Internet Outage in Pakistan Shows the Dire Need of Competition in the Internet Providers Market
People usually welcome the weekend with open arms and when you have the Game of Thrones frenzy, you welcome it even more warmly. Others grab their controllers ready to blast some heads in Counter Strike: GO and some just want to complete their assignments and what not.
But then you have a country wide internet outage to greet you on Saturday morning. You wake up and find your family babbling about the internet, you shrug it off saying the ISP is probably going mad again and it’ll be resolved in a few hours but fate had another thing in mind.
The internet infrastructure in Pakistan is handled by Pakistan Telecommunications Company Limited which distributes the bandwidth from Karachi to rest of the country. Other providers have some alternative routes but they mostly rely on PTCL for the data. There are four PTCL cables whereas private companies have two which is enough to handle the entire country’s usage.
However, due to two cuts at the same time on the India-Middle East-Western Europe (I-ME-WE) cable, the internet speed across the entire country was strangled.
So here we have a case where total reliance on one provider can have bad results. Looking at some hard figures, there are total 44,608,065 broadband subscribers of which 42,084,032 are using MBB whereas 1,527,306 are using DSL. It may seem that the ones who rely on DSL are a minority but you have to keep in mind PTCL is the major distributor in the country and it alone handles 2,545,689 local line subscribers.
And then you have Ufone whose major backbone is again PTCL.
While Zong, Telenor and Jazz devices to some extent or the other remained unaffected, this situation begs to question why we don’t alternative routes if a situation like this emerges. It is the need of competition in the market and should serve as an eye opener to the regulator, in this case PTA, to incubate rivals in the market.
This is necessary because all major businesses and start-ups interact with their customers online and a 38-hour outage can significantly dip revenues. The fault is not of PTCL then again because the cable was cut off at Jeddah. Nor is it of anyone at that side. Accidents like this can happen. But everyone should have a backup system.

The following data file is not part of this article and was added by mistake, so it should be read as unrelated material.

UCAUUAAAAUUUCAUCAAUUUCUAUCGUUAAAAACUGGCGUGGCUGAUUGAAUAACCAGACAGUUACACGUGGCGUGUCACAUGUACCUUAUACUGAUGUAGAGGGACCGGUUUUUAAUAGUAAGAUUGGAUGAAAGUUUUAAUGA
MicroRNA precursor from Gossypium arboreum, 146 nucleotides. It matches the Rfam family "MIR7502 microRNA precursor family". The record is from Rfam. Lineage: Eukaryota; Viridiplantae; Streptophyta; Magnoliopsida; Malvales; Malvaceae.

I mean if we can afford to have backup generators powering our houses so why can’t the government think about the businesses which are operating in Pakistan and have a solution which will rival PTCL. There has been a significant rise in the use of mobile broadband services and then again, those rely on this one distributor.
Zong is the only one who seems eager to look for an alternative. Rumors are that they are going to lay down cables directly from China and become distributors too. When that happens, you can expect prices of mobile internet to fall dramatically and the monopoly of PTCL and the gang to fall.
This step is important because already the telecom market is suffering from falling revenues and couple that with outages like this, it has a very bad impact on investors looking to start their companies here.
Till then, however, we can only pray that our fragile cables remain intact so that startups aren’t affected and we don’t have to face another blackout. SEAMEWE4 and TW1 are still being repaired but they shouldn’t affect internet usage in the country for the time being.
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